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Sometimes I think: Wouldn’t it be nice to squirrel myself away in some comfy little hole and turn exclusively to prayer? Then I remember: As much as the hermit lifestyle appeals, it is not practical. Not only are comfy little holes hard to come by, they are seldom free of charge. And there’s the niggling problem of needing to eat. But that’s not the biggest problem.

The biggest problem is this: You can’t pray for the world if you’re hiding from it. You have to know what’s going on. You have to be a part of things. Otherwise, you’re just praying for yourself, and doesn’t that defeat the purpose?

It can be very painful to make yourself aware of the world’s troubles. There will always be too many of them to tackle, too many tragedies pulling at your limited heartstrings. You have to choose, but in choosing, you have to deal with the repercussion of guilt. It is a difficult place to live. A comfy hole is so much more congenial, don’t you agree? But it’s no place to linger, not if you have a heart.

Nowadays it’s an insult to be considered sensitive. It connotes a certain weakness, a lack of backbone, a pitiful inability to cope in today’s eat-or-be-eaten world. I don’t much care about that. If it takes not caring to get by in life, then I guess I won’t get by. Wherever that destination is, it doesn’t feel like a place worth going to. If feeling keenly about people and things makes me a snowflake, then — fine. I’m still here. And as long as the world stays cold with injustice and hatred and inequality, I will persist.

And if the milk of human kindness ever warms us all adequately, I will happily melt.

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It is the Mobius strip of faith: God is most present to us when we are most present for ourselves. Easier said than done. Most of us can scarcely afford to be present: We are too hard at work doing, our every waking moment a list to be dutifully checked off. The only time our souls get taken out of mothballs is for a few flickering seconds a week, perhaps during church services, perhaps in a moment of astonishment at what spring has wrought, perhaps in a loving embrace.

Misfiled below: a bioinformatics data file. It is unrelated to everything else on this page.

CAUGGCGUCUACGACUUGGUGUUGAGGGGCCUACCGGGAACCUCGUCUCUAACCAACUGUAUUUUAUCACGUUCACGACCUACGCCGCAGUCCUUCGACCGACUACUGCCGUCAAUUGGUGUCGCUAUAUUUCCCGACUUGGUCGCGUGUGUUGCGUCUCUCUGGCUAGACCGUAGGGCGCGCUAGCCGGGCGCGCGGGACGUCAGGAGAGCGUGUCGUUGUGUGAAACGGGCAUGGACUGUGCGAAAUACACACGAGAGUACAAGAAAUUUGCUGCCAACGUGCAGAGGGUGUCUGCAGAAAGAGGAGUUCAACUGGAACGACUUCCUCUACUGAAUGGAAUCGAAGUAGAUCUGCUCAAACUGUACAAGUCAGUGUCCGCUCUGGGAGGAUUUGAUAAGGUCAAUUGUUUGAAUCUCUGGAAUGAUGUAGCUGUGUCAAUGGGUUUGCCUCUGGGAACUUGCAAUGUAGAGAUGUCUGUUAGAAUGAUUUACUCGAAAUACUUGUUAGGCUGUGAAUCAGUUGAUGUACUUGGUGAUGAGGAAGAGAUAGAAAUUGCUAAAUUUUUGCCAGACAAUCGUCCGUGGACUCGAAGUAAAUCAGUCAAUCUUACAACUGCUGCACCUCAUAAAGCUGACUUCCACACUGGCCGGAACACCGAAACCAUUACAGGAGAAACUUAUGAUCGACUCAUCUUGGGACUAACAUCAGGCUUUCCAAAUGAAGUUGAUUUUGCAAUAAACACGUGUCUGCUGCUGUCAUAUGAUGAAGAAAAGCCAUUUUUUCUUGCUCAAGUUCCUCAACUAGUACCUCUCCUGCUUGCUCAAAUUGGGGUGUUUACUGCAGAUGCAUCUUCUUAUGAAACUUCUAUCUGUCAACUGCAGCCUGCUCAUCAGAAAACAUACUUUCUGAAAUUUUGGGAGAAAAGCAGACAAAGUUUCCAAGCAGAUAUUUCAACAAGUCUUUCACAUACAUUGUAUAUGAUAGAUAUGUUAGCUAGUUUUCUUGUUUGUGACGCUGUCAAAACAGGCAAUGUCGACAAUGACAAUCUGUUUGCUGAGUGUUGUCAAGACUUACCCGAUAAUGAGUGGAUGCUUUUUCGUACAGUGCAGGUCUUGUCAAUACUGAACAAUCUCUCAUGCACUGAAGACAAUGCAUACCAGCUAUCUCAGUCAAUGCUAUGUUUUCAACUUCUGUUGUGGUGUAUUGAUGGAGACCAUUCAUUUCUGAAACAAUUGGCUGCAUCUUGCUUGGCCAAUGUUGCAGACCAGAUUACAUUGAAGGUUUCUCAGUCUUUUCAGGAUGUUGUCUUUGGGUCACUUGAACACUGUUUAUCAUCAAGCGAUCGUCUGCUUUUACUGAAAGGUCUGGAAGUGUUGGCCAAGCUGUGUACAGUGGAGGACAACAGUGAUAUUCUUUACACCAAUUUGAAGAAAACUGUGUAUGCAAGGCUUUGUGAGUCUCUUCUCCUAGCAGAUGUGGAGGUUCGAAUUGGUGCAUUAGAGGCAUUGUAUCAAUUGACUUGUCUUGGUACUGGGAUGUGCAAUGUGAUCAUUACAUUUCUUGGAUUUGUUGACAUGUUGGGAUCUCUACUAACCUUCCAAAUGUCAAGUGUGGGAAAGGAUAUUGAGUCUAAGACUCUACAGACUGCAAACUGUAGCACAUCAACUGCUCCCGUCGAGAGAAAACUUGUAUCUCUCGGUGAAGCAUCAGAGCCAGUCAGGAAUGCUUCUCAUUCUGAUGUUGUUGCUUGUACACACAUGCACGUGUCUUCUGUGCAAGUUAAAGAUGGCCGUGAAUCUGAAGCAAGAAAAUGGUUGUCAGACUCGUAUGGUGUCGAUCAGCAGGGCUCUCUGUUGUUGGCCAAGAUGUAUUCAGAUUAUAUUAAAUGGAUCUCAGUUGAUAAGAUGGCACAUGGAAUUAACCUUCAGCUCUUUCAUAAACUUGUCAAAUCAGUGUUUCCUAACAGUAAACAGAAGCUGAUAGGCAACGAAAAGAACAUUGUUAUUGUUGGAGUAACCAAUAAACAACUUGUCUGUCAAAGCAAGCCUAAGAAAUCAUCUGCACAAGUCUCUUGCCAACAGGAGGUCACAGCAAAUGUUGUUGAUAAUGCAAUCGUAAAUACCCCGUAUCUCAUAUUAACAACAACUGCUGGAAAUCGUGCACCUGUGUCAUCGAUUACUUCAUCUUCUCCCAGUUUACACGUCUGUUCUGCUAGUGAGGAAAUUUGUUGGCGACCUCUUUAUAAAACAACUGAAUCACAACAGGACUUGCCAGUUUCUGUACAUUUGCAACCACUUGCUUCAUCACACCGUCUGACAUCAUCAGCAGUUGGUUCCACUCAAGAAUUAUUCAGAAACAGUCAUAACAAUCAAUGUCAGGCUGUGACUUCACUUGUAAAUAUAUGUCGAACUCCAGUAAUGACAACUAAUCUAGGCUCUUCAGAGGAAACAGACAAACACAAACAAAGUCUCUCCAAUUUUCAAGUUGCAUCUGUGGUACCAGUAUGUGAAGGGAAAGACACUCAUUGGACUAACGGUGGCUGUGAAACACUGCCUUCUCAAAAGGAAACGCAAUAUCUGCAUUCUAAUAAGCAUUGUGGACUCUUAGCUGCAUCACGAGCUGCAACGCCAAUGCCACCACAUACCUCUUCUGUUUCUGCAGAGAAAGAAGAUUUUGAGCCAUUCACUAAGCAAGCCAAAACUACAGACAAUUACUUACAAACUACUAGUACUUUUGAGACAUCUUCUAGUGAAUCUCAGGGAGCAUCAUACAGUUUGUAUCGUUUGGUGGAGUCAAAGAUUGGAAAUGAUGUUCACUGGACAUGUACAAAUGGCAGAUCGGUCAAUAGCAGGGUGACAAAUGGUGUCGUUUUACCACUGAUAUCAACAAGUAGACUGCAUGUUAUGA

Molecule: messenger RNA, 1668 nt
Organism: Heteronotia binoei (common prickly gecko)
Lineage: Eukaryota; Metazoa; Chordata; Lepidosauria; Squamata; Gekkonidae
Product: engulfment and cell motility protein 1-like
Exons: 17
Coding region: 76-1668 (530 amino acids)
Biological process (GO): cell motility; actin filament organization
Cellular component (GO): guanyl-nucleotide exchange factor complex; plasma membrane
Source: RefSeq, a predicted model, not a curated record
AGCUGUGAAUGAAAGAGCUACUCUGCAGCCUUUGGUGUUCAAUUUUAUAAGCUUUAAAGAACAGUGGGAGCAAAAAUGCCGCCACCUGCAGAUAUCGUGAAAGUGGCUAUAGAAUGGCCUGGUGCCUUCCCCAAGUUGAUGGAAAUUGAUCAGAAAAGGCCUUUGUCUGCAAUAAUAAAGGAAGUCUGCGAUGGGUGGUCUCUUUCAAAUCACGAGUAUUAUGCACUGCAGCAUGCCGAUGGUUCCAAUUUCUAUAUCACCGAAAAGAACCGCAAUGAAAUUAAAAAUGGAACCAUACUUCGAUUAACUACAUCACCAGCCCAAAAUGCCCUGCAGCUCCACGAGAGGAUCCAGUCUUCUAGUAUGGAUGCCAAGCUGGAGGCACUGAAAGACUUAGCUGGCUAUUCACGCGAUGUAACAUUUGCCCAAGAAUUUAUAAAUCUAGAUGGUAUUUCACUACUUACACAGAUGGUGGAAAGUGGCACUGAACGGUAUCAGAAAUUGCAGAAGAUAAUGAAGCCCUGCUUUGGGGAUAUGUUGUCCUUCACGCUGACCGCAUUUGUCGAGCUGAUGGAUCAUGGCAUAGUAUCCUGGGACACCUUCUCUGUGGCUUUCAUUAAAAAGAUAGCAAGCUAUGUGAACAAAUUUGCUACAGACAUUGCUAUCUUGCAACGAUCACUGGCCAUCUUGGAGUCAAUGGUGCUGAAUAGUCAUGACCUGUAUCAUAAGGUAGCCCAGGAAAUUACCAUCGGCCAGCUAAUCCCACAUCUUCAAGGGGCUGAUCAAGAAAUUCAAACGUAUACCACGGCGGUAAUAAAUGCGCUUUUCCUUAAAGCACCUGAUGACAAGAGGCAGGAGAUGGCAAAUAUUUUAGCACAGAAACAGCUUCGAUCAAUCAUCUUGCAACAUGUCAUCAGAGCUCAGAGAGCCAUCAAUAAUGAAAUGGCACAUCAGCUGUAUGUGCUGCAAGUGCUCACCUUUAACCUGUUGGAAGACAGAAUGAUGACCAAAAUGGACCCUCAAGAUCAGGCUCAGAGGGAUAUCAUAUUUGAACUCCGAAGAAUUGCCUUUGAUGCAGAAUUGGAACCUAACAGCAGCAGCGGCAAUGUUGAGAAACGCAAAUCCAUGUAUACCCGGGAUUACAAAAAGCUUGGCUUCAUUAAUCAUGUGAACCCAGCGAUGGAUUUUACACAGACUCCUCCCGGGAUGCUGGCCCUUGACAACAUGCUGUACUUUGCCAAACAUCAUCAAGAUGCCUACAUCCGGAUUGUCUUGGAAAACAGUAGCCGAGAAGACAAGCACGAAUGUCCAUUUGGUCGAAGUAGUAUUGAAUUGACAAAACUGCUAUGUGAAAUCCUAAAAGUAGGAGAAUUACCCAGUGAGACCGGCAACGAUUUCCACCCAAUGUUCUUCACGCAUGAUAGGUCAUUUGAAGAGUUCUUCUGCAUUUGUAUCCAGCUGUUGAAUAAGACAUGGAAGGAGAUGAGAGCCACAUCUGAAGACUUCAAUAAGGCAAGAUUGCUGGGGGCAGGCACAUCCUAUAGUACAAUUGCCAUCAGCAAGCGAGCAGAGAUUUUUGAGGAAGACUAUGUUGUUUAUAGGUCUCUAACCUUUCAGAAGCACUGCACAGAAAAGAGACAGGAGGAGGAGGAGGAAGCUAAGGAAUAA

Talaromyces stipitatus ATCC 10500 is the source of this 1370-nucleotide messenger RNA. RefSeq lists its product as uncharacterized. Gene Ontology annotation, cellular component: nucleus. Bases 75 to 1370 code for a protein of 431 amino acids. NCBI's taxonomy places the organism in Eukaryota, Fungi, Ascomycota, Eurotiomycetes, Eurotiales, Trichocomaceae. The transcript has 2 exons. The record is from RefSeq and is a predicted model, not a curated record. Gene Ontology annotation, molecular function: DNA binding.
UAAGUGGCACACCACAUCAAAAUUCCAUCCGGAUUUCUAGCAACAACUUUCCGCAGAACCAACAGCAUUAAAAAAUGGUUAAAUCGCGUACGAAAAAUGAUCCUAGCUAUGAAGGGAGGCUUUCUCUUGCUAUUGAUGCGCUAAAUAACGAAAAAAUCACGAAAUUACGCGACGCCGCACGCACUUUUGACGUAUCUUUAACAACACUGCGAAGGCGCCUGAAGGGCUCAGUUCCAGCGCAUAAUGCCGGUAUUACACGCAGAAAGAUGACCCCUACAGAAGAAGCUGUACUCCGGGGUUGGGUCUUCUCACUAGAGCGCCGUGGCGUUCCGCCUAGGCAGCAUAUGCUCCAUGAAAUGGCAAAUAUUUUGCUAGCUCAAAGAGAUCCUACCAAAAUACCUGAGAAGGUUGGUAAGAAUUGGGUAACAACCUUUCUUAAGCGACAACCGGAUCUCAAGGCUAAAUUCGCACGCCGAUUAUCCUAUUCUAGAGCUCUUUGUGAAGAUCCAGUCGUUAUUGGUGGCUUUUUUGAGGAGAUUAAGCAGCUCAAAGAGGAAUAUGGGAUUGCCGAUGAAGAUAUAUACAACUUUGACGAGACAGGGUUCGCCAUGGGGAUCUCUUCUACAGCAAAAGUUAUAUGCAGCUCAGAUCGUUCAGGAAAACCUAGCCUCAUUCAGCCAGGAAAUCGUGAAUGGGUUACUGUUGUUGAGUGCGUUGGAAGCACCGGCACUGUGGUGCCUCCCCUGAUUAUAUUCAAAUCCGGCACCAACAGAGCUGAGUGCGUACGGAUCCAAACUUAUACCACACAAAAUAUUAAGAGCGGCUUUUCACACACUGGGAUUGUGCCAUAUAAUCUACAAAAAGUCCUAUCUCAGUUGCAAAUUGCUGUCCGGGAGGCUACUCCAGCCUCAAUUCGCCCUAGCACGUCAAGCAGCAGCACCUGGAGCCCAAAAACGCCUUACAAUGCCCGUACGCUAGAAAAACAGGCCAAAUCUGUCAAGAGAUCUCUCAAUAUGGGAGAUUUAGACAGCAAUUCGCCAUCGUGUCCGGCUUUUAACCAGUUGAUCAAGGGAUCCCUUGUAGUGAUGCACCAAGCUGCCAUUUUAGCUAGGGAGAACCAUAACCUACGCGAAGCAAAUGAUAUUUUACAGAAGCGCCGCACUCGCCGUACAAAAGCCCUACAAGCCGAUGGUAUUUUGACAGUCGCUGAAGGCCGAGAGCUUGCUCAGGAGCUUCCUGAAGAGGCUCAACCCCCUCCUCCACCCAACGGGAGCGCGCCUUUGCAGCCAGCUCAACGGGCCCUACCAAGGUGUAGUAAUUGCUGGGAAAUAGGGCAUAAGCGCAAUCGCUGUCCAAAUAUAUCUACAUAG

The medical community has voiced alarm at the amount of time most of us sit during the day. Sitting raised blood pressure, they warn. Desk workers suffer heart attacks at a higher rate than active workers. So goes it with our souls. Used infrequently, they wither. It is only in their regular exercise that we find peace.

How does one exercise one’s soul? Through the act of being present. Present to the world around us, to our bodies, to other people, to God. In other words: Wake up, you sleepyheads! Rub your eyes! Get out of bed! All this stuff that’s happening around you is just that — stuff. The focus you bring to it, now that’s living.

Imagine taking one day during which you are forced to provide an intention for your every action. The results would either stultify or stun you. Yes, a lot of what we do is born of practicality: earning a living, eating, drinking, sleeping when tired. It is easy to begin to believe that all of that stuff is a life. It isn’t. Life boils down to the moments that you decide to see, to experience, to be here now. And when you show up, surprise! You’ll find God was waiting for you all along.

Today, I’d like you to ask yourselves the following questions (based on a TED talk by Hank Green): Who am I? What do I do? Who do I do it for? Who benefits from what I do? Don’t like the answers? Change them.

Dare to awaken to even a portion of your own life. You will find yourself there; but what’s more, you’ll find God.

Have a Mary Little Christmas

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